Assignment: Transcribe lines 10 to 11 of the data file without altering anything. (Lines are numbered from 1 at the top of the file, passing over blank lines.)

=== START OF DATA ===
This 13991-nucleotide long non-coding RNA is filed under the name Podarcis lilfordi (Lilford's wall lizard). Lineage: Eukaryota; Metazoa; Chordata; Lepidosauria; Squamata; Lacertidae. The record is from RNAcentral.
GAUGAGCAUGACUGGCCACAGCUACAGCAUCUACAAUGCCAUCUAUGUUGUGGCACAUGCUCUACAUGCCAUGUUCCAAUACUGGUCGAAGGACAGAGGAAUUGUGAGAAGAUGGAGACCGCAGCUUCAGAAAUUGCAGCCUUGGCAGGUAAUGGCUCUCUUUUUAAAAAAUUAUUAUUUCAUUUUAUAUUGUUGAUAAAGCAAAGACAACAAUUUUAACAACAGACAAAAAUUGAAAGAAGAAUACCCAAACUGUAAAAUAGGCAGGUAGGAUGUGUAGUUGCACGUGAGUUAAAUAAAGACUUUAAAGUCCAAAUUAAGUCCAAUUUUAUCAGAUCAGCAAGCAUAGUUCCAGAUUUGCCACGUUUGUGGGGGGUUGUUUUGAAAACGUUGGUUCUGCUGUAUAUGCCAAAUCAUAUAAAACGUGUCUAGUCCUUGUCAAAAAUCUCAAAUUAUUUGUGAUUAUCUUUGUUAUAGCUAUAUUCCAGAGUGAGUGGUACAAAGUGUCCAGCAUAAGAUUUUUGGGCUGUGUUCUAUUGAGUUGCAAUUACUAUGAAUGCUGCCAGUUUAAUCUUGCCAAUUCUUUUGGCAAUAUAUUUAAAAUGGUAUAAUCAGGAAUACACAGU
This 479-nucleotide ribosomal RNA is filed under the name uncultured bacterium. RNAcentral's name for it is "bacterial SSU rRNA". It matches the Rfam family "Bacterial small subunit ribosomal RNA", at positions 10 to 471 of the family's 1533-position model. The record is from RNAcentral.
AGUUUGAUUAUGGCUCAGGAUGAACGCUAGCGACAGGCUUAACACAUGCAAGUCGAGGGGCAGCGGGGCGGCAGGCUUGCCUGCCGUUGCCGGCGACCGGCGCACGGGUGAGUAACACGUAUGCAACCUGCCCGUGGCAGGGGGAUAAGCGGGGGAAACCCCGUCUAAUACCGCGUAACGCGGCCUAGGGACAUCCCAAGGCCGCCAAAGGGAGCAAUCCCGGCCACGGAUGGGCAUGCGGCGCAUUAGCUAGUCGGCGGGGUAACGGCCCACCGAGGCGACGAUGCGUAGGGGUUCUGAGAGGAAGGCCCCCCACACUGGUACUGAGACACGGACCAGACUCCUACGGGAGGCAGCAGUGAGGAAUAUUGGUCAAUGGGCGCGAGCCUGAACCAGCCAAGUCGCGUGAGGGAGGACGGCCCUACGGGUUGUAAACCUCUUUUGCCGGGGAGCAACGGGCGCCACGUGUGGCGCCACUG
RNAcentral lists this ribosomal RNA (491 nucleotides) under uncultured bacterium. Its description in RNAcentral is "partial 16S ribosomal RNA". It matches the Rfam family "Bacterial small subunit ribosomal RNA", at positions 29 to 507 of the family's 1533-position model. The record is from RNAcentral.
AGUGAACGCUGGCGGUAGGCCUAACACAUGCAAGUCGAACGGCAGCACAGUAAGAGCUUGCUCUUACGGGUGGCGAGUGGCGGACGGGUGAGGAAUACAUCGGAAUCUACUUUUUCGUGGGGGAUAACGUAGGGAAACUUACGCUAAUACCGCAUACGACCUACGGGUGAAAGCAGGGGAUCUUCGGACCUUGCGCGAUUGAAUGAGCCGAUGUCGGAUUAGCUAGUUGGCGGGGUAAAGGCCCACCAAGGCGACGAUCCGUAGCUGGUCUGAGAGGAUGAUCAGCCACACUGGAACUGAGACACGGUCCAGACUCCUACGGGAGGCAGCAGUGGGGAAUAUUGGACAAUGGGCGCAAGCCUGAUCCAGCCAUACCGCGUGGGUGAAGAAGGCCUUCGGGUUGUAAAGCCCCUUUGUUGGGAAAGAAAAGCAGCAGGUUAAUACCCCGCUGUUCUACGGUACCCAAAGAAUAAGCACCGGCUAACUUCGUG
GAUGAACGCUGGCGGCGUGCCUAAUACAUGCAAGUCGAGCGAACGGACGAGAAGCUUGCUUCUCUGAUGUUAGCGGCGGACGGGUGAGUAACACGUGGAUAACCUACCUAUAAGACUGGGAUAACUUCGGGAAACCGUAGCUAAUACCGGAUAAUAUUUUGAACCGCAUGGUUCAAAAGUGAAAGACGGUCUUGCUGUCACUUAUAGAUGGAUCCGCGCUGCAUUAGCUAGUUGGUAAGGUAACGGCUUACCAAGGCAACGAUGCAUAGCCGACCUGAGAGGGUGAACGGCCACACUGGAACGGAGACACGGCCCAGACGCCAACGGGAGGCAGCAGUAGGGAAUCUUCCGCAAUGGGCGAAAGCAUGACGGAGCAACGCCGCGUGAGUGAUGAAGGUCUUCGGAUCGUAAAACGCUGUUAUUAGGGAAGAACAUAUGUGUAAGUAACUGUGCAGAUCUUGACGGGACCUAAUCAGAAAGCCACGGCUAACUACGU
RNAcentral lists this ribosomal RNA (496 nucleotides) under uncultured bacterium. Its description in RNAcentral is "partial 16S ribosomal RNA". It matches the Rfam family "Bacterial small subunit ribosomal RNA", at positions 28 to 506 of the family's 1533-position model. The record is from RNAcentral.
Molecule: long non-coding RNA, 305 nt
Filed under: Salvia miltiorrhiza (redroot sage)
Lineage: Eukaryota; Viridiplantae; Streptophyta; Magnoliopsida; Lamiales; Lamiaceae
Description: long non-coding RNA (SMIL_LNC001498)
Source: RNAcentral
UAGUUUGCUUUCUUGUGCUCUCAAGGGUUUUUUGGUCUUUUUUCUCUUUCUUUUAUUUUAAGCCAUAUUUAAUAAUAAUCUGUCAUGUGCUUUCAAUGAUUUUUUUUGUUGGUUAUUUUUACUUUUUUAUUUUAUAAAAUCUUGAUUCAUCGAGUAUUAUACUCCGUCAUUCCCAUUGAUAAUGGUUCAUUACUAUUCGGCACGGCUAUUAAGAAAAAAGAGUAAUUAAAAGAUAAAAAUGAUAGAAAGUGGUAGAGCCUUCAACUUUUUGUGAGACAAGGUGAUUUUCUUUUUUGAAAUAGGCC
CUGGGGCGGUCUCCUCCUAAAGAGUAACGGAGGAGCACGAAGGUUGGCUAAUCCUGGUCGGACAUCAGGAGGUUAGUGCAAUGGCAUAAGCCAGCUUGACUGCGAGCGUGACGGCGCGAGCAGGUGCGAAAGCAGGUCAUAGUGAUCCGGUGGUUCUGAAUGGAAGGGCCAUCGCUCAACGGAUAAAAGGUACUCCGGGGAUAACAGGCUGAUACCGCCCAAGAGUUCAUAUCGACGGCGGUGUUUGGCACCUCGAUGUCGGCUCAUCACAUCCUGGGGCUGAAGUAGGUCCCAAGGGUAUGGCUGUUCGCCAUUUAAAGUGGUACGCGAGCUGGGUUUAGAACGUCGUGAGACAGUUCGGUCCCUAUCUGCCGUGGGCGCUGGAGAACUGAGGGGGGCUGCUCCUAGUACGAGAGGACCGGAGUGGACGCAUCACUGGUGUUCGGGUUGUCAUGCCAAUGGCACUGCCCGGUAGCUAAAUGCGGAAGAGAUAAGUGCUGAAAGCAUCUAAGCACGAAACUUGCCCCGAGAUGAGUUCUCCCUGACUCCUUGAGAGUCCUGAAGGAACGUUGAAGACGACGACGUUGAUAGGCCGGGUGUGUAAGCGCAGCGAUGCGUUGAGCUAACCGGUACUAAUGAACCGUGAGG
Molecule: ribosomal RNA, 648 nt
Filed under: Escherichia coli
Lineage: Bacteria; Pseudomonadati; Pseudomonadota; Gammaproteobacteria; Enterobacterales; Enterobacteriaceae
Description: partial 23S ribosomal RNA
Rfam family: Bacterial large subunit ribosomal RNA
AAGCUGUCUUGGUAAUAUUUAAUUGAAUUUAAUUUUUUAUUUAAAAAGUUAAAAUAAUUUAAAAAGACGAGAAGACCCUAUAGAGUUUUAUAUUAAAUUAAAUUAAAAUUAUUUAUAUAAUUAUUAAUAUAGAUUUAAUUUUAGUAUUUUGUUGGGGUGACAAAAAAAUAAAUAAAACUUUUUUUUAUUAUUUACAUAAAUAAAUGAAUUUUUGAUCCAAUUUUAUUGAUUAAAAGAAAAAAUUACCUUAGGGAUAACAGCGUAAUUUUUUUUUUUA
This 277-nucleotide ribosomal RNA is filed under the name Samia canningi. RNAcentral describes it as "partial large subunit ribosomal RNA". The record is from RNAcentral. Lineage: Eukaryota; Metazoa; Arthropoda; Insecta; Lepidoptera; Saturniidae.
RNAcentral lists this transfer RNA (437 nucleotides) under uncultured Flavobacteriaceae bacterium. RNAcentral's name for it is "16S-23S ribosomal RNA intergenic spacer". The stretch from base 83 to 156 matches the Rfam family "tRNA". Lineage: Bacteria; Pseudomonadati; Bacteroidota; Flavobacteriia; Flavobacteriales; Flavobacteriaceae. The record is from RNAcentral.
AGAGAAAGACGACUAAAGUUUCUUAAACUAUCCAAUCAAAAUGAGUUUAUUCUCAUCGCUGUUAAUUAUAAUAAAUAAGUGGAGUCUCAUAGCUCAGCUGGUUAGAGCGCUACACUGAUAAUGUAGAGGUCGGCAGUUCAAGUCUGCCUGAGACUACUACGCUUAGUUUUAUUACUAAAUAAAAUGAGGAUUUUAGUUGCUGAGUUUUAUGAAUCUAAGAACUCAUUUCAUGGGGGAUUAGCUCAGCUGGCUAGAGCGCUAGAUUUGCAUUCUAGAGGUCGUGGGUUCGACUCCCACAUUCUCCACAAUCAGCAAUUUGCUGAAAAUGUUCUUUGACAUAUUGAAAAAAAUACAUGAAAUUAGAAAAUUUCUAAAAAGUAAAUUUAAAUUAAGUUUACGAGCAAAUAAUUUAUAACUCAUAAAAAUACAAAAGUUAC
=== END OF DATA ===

Filed under: Salvia miltiorrhiza (redroot sage)
Lineage: Eukaryota; Viridiplantae; Streptophyta; Magnoliopsida; Lamiales; Lamiaceae